"Dragon Ball Super'" spawned a rumor that takes on a more and more concrete shape. "Dragon Ball Super" could come back with a new anime series that paves the way for the future of the franchise and the announcement could be very close. As I have already noted several times, in fact, in the coming days the Jump Festival will be held. It's a convention entirely dedicated to the production of Shonen Jump with attached partner companies such as Toei Animation and Bandai Namco.

New anime

During the event, there will be a panel dedicated to "Dragon Ball Super," on December 23, during which it is possible that the much-vaunted announcement could be made on the new anime series.


There is nothing certain at the moment, yet rumors continue to emerge from the Internet. Meanwhile, According to Comic Book, "As noted by @BigEmperorD on Twitter, the current rumors swirling around Shueisha's big Jump Festa convention...that celebrates Shueisha's Shonen Jump properties while also promoting future projects, is that potentially a new Dragon Ball anime could be revealed during the convention with a potential premiere in spring or summer of next year."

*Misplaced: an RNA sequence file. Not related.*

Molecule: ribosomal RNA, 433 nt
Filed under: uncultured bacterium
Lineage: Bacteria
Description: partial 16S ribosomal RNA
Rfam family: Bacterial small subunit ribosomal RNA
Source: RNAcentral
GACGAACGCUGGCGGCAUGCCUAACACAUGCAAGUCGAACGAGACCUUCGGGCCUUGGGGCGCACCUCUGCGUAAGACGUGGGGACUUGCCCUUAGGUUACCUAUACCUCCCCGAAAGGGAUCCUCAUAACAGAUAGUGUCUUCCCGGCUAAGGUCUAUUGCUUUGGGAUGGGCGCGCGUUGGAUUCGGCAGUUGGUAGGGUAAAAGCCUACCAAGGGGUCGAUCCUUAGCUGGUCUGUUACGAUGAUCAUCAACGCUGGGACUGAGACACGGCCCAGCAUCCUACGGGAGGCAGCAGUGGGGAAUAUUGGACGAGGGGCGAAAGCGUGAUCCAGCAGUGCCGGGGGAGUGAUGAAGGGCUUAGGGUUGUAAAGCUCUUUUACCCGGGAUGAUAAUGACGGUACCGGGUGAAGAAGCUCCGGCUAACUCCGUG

The last whisper comes from a well-known insider of the Japanese animation industry, Geekdom101.

In response to a user on Twitter, he hinted that something would be moving at Toei Animation. The eventual new anime could debut between the spring of 2019 and the summer of next year - following a trail similar to that done by the most recent television series, which debuted in July 2015, more than three years ago.

'Broly' movie doing well

In other Dragon Ball news, as expected, the highly anticipated film called "Dragon Ball Super: Broly" is recording exorbitant numbers in Japanese territory. In the first three days from the debut in cinemas, tickets sold well with 820 thousand tickets.


However only six days after that, the total has now exceeded one million.

According to information released in recent hours by Anime News Network, "Dragon Ball Super: Broly" has recorded over a million tickets sold in just under a week, collecting roughly 1.3 billion yen (corresponding to about 11.6 million dollars). Based on these staggering figures, the animation studio, Toei Animation, hopes to collect five billion yen (44 million USD) in the long term. Nevertheless, it is not clear that the aforementioned figure also includes the international versions of the film or if it refers only to the collection in Japanese territory.